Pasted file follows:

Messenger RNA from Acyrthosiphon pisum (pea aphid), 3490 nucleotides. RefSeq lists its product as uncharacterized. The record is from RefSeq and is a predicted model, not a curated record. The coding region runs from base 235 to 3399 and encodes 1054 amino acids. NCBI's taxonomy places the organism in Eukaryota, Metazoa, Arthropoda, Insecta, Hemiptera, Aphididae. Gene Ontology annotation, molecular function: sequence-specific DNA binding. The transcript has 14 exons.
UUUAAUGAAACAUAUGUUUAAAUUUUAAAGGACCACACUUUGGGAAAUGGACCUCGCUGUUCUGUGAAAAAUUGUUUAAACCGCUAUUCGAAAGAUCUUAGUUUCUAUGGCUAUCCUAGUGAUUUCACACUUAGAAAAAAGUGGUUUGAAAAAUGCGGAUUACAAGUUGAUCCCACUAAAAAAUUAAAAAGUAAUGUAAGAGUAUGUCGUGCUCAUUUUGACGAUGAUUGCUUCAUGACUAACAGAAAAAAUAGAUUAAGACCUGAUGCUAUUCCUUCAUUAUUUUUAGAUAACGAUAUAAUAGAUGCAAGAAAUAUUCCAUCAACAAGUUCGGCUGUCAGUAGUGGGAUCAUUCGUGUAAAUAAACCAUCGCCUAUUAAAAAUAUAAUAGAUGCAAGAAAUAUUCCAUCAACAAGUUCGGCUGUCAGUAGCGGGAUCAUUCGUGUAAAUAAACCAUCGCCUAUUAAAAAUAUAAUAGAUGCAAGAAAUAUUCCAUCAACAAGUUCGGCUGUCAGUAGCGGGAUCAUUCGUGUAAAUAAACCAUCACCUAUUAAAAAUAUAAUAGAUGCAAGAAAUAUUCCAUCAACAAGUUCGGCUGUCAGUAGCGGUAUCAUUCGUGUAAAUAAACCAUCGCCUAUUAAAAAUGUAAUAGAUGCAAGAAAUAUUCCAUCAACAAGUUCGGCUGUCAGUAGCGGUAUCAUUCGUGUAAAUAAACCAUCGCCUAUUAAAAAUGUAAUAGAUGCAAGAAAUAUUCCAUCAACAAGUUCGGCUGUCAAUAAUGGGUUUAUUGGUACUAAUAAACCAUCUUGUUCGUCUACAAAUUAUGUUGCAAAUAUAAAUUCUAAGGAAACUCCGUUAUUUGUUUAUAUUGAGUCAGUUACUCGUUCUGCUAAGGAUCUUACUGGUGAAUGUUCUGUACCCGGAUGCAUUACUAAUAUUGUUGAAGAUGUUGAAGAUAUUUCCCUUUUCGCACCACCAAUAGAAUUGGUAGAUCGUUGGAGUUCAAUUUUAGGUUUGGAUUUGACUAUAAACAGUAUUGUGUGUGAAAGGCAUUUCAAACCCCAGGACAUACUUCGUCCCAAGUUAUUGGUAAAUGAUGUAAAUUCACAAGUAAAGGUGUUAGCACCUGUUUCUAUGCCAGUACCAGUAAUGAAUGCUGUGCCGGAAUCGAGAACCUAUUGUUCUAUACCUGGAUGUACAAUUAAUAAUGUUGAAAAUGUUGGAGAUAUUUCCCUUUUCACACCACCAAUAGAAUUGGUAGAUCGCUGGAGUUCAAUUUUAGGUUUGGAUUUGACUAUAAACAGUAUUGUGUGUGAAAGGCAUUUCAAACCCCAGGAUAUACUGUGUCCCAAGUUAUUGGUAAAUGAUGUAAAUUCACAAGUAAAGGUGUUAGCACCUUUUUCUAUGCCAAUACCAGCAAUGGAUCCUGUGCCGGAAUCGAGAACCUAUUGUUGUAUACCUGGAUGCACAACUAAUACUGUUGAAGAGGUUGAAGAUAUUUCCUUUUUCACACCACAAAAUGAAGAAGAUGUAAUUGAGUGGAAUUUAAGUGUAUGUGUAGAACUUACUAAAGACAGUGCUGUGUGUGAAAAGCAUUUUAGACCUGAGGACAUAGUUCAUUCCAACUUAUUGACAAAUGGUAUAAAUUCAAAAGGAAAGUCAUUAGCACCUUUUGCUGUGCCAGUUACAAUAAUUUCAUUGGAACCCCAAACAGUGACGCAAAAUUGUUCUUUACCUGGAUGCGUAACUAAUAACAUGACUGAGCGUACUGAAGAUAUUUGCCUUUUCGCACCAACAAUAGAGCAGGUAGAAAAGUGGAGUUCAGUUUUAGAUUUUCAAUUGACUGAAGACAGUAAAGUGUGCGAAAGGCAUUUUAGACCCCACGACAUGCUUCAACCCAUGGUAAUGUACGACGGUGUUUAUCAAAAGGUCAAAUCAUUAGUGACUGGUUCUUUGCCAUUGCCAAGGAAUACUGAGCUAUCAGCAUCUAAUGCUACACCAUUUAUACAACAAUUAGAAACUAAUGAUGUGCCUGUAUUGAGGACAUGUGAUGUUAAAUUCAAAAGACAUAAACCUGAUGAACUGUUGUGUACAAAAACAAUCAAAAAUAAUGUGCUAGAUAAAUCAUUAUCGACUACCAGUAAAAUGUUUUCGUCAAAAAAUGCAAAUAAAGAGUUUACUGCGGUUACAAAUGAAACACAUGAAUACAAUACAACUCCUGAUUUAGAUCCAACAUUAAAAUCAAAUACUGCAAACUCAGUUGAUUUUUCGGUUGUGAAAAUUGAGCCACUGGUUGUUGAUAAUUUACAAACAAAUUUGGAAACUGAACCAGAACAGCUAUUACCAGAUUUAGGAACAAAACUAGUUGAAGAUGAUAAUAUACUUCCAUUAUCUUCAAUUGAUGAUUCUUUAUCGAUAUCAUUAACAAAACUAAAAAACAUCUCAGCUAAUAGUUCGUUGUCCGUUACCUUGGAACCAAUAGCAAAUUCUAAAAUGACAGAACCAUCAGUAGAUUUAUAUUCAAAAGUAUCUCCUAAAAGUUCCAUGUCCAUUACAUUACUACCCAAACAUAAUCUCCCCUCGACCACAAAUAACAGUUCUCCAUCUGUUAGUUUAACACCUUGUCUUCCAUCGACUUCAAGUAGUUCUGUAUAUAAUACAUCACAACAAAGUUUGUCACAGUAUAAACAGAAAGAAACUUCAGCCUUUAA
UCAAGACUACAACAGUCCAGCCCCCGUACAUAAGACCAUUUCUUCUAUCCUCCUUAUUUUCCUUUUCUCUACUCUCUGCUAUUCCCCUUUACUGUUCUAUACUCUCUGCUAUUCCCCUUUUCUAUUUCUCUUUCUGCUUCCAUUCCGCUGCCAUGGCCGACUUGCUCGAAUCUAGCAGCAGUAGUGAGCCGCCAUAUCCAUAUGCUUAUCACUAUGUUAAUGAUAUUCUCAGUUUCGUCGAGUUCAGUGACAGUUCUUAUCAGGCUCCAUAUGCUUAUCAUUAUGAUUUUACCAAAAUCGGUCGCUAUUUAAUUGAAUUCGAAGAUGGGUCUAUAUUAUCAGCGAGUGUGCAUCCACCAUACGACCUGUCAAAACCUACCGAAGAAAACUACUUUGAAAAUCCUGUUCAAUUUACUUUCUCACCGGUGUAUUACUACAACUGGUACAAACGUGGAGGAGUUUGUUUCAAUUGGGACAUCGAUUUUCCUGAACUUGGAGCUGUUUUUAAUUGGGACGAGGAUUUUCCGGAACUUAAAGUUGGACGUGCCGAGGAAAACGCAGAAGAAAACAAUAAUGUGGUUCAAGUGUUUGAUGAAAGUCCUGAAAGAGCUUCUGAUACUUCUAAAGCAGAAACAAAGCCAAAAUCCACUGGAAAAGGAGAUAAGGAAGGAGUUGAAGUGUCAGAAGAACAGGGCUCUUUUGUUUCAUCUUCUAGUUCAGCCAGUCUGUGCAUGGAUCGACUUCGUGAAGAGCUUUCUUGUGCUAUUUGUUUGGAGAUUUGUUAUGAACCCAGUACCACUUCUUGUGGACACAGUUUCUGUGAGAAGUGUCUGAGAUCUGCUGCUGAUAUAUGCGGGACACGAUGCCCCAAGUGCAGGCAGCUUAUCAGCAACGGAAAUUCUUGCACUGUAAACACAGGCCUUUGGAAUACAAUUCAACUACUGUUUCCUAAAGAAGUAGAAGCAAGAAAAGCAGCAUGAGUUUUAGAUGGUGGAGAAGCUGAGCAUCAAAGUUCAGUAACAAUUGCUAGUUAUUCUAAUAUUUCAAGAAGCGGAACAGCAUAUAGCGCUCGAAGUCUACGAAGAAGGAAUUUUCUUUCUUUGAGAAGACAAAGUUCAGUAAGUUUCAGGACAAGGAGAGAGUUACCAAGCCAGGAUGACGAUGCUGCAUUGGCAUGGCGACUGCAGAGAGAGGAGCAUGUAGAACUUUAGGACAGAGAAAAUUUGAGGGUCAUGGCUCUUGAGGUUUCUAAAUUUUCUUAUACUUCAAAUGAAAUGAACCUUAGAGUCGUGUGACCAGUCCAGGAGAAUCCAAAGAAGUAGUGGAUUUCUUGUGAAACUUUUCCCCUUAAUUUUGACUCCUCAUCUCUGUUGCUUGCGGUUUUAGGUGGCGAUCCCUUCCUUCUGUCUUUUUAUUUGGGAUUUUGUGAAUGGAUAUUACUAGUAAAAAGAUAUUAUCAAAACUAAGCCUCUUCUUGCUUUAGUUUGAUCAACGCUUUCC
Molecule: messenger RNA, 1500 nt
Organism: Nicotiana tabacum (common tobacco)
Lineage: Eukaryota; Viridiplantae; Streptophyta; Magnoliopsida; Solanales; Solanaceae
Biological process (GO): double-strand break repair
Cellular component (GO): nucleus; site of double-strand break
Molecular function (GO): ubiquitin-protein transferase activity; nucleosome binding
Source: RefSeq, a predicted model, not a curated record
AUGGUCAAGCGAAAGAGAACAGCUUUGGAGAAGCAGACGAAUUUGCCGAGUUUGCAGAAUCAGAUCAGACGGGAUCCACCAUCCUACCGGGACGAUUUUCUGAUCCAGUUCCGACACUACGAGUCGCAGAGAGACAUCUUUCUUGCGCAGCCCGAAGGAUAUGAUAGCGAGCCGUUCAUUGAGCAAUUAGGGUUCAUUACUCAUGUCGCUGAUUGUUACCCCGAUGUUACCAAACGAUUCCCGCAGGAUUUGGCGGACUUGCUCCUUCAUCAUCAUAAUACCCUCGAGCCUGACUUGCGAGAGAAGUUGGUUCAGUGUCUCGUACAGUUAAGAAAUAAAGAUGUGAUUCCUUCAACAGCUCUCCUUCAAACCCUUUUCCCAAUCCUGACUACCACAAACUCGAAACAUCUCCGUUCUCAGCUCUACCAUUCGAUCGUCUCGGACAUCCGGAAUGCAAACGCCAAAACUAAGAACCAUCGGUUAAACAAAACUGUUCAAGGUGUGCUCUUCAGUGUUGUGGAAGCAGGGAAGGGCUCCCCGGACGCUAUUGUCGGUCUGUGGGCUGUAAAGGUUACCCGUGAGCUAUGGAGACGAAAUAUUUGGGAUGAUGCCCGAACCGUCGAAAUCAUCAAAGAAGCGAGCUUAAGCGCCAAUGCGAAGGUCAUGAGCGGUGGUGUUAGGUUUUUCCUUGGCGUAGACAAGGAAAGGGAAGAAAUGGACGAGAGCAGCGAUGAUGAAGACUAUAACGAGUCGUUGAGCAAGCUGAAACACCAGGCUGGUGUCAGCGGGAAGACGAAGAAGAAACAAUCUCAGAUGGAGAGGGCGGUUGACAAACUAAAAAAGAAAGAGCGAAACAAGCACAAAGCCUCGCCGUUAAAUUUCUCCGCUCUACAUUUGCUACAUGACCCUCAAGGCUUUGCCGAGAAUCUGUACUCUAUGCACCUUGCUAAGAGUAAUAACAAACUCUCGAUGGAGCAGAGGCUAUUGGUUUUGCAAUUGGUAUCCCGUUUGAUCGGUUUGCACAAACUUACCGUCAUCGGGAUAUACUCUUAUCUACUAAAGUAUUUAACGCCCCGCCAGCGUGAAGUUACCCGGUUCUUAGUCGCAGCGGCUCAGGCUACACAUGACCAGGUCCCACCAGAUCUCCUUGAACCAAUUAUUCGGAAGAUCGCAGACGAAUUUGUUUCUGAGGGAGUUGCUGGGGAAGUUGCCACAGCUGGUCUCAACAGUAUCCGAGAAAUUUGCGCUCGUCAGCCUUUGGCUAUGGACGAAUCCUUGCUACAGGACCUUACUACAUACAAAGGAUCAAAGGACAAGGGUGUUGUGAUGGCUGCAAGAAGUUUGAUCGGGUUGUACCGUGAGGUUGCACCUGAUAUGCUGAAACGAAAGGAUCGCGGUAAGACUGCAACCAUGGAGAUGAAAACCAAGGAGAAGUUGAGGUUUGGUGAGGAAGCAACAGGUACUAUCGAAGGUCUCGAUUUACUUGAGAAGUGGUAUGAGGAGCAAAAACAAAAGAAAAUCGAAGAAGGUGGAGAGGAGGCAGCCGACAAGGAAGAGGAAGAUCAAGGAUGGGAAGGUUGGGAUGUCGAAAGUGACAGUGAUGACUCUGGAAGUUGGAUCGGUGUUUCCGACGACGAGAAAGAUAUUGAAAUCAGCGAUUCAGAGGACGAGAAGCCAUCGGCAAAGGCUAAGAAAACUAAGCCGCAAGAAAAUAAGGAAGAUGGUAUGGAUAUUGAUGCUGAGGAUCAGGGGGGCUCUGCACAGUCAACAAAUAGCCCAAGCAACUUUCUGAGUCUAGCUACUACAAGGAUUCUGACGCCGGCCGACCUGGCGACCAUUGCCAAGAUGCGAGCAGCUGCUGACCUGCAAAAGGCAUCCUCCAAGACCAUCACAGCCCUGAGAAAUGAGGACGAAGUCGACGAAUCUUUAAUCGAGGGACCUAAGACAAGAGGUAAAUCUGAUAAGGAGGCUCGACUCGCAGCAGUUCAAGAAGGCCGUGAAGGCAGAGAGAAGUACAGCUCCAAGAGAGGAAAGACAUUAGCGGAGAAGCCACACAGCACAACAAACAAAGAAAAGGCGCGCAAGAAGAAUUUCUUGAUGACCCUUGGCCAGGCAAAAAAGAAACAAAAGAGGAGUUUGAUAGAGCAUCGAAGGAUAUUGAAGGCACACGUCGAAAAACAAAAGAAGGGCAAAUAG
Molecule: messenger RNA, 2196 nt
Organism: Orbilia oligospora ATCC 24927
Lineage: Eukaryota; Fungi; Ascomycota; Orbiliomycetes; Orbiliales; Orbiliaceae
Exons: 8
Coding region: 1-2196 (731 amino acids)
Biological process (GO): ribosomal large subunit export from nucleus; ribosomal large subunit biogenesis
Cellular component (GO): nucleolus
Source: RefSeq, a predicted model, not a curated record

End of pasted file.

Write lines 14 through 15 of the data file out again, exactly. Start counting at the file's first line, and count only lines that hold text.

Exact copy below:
Lineage: Eukaryota; Fungi; Ascomycota; Orbiliomycetes; Orbiliales; Orbiliaceae
Exons: 8